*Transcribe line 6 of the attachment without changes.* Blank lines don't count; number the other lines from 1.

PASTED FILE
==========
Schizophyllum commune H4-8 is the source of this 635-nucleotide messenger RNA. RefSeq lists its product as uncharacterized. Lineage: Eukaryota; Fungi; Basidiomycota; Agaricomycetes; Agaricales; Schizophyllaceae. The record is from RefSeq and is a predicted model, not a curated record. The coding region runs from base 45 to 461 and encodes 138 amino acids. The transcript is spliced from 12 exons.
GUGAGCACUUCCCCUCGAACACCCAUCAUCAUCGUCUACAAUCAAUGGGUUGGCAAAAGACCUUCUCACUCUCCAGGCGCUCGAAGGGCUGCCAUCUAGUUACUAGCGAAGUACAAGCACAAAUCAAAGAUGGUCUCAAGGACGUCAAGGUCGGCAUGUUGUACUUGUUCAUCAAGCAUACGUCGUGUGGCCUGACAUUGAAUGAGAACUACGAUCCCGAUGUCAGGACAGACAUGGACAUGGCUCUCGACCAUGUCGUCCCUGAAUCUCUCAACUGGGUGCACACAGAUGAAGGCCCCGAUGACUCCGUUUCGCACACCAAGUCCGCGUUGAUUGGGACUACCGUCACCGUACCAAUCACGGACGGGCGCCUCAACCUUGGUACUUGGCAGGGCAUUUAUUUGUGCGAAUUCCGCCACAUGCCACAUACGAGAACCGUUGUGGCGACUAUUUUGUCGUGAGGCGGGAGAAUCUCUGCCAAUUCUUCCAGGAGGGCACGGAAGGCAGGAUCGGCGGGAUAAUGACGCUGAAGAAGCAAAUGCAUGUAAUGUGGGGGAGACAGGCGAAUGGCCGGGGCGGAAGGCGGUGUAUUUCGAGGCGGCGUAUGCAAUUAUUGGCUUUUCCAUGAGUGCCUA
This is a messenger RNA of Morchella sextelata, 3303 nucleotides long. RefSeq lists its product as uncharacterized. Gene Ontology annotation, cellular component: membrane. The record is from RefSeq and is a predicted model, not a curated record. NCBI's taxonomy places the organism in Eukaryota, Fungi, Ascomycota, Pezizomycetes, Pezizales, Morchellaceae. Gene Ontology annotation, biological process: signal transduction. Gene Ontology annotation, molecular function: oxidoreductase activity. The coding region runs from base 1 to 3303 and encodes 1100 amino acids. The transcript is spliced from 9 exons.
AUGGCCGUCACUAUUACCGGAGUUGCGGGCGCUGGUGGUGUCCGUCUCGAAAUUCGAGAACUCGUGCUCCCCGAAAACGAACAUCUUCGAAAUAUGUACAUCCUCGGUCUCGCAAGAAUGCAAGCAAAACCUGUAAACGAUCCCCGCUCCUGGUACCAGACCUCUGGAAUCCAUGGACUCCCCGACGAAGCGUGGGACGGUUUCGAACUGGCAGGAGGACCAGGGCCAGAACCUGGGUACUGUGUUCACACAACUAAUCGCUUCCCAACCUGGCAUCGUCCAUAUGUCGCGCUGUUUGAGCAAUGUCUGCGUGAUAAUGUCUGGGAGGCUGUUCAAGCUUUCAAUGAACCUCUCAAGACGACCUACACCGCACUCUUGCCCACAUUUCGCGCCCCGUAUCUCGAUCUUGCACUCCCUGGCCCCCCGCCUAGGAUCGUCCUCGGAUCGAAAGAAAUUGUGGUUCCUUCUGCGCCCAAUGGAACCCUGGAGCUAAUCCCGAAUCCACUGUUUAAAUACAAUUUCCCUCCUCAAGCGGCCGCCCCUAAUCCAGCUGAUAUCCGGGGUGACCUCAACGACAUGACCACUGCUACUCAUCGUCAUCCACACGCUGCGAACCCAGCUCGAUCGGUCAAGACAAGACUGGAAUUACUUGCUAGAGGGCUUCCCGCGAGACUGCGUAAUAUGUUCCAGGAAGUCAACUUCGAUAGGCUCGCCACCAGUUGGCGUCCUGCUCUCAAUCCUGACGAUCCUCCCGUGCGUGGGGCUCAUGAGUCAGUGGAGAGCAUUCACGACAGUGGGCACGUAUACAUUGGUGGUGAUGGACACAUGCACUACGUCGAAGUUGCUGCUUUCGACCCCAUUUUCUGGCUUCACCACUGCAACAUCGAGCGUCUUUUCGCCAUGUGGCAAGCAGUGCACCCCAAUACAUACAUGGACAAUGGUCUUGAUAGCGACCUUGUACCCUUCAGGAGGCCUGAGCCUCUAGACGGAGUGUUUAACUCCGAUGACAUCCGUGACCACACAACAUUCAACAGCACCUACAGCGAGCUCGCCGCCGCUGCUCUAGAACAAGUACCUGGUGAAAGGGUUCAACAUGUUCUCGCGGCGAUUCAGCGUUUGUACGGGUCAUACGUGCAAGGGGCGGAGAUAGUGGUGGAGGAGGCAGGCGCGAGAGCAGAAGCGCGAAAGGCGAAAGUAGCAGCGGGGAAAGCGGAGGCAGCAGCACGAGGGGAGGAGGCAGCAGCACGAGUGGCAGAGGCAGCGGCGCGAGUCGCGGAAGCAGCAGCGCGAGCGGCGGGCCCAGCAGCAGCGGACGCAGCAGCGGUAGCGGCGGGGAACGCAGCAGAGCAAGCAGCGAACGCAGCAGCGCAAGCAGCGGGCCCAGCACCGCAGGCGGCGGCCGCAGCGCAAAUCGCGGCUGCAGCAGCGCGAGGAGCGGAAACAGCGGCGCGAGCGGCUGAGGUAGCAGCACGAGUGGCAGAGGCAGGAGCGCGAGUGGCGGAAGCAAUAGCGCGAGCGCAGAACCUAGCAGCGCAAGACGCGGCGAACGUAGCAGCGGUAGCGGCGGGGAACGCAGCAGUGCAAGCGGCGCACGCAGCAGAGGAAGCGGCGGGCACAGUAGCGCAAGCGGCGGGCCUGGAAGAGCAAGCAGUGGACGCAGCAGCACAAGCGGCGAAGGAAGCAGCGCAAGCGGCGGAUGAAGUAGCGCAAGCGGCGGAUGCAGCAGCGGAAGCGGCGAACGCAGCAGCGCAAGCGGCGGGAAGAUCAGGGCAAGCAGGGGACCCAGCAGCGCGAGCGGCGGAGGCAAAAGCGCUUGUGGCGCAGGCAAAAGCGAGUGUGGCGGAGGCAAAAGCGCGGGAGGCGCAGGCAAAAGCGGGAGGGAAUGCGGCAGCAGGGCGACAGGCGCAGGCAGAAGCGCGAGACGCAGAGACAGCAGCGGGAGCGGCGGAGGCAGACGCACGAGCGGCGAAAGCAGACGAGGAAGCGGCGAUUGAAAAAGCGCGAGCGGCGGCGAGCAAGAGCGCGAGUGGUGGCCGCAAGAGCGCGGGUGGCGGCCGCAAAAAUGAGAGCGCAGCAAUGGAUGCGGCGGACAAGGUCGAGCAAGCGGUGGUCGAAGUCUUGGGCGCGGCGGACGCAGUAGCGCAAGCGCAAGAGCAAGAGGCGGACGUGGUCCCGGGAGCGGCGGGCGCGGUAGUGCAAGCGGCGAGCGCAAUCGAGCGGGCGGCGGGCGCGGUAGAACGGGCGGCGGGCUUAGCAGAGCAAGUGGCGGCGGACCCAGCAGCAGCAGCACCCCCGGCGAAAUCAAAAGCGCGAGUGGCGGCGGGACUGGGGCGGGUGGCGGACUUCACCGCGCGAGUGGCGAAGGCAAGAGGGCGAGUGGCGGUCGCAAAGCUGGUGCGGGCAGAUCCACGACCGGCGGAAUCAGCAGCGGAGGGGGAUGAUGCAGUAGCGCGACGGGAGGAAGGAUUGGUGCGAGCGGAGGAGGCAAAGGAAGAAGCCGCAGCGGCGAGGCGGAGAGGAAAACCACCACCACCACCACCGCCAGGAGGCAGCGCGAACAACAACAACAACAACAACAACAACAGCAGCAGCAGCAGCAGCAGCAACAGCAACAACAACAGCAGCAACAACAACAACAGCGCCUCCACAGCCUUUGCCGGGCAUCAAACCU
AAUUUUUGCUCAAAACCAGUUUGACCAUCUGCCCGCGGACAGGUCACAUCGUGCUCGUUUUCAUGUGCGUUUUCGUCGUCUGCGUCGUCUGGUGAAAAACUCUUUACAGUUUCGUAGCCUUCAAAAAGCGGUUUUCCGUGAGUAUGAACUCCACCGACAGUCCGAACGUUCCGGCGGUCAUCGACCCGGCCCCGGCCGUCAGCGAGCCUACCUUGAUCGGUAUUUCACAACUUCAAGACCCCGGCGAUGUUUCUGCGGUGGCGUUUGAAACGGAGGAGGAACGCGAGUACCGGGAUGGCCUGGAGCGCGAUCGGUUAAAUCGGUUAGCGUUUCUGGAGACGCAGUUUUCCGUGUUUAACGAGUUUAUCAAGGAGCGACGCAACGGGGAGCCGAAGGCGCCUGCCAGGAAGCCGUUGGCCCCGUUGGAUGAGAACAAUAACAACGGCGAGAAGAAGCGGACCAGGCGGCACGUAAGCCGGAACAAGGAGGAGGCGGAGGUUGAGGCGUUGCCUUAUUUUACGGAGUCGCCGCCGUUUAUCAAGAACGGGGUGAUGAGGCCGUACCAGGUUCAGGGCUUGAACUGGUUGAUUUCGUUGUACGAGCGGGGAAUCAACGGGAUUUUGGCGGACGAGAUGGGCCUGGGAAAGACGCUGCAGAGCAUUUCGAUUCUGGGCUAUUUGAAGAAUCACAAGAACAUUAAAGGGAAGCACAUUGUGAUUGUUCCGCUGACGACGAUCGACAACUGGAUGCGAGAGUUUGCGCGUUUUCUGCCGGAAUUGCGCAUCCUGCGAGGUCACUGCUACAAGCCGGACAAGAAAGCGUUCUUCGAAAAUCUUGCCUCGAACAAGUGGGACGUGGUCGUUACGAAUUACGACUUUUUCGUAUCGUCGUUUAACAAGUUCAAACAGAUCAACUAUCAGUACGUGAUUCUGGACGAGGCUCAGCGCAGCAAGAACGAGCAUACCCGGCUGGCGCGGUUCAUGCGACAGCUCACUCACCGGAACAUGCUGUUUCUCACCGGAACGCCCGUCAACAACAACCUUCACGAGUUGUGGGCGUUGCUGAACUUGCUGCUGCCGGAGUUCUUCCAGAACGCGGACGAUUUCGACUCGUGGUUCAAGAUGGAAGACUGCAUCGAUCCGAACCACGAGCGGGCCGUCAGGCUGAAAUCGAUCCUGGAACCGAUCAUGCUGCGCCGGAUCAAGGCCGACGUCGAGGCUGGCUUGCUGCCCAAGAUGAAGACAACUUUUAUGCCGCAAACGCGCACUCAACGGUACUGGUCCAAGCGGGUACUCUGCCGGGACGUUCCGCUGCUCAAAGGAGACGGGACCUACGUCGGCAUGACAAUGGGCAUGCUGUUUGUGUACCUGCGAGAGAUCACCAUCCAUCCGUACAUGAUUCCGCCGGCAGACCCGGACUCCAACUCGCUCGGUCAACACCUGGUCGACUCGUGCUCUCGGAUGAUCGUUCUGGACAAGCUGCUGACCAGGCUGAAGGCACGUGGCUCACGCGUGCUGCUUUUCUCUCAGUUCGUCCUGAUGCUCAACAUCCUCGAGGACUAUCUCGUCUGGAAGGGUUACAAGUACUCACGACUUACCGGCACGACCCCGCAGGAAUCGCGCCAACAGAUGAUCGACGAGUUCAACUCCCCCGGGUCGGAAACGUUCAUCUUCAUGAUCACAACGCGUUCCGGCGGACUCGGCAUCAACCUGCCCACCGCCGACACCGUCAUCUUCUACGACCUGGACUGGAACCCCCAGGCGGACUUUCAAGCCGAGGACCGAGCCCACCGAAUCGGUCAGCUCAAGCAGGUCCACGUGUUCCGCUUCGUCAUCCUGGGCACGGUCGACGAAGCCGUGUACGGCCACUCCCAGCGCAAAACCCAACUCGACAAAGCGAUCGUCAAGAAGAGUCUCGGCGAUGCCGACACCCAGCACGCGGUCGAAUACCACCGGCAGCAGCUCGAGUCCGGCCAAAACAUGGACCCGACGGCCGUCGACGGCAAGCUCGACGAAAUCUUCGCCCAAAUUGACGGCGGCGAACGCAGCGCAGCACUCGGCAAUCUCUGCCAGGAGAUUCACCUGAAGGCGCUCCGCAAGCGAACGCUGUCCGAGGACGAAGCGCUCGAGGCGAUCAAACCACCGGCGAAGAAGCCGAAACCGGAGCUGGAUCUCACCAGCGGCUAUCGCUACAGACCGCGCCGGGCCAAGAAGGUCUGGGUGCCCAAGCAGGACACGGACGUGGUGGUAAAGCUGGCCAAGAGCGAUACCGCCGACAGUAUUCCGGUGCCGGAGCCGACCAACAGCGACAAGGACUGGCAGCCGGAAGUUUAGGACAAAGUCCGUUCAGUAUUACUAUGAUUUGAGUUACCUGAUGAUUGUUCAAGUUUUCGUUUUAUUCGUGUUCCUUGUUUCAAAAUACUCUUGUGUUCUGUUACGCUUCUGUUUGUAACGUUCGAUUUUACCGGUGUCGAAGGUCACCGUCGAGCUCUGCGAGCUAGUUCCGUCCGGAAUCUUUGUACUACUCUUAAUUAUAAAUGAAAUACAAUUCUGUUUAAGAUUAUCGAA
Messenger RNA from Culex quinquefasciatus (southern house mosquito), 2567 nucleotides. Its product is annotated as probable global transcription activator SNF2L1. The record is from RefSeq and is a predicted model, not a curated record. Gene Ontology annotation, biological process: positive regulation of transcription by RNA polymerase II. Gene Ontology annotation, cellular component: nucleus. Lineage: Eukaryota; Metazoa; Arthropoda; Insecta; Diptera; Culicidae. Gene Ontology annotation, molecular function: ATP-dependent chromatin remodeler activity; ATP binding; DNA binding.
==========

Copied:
Messenger RNA from Culex quinquefasciatus (southern house mosquito), 2567 nucleotides. Its product is annotated as probable global transcription activator SNF2L1. The record is from RefSeq and is a predicted model, not a curated record. Gene Ontology annotation, biological process: positive regulation of transcription by RNA polymerase II. Gene Ontology annotation, cellular component: nucleus. Lineage: Eukaryota; Metazoa; Arthropoda; Insecta; Diptera; Culicidae. Gene Ontology annotation, molecular function: ATP-dependent chromatin remodeler activity; ATP binding; DNA binding.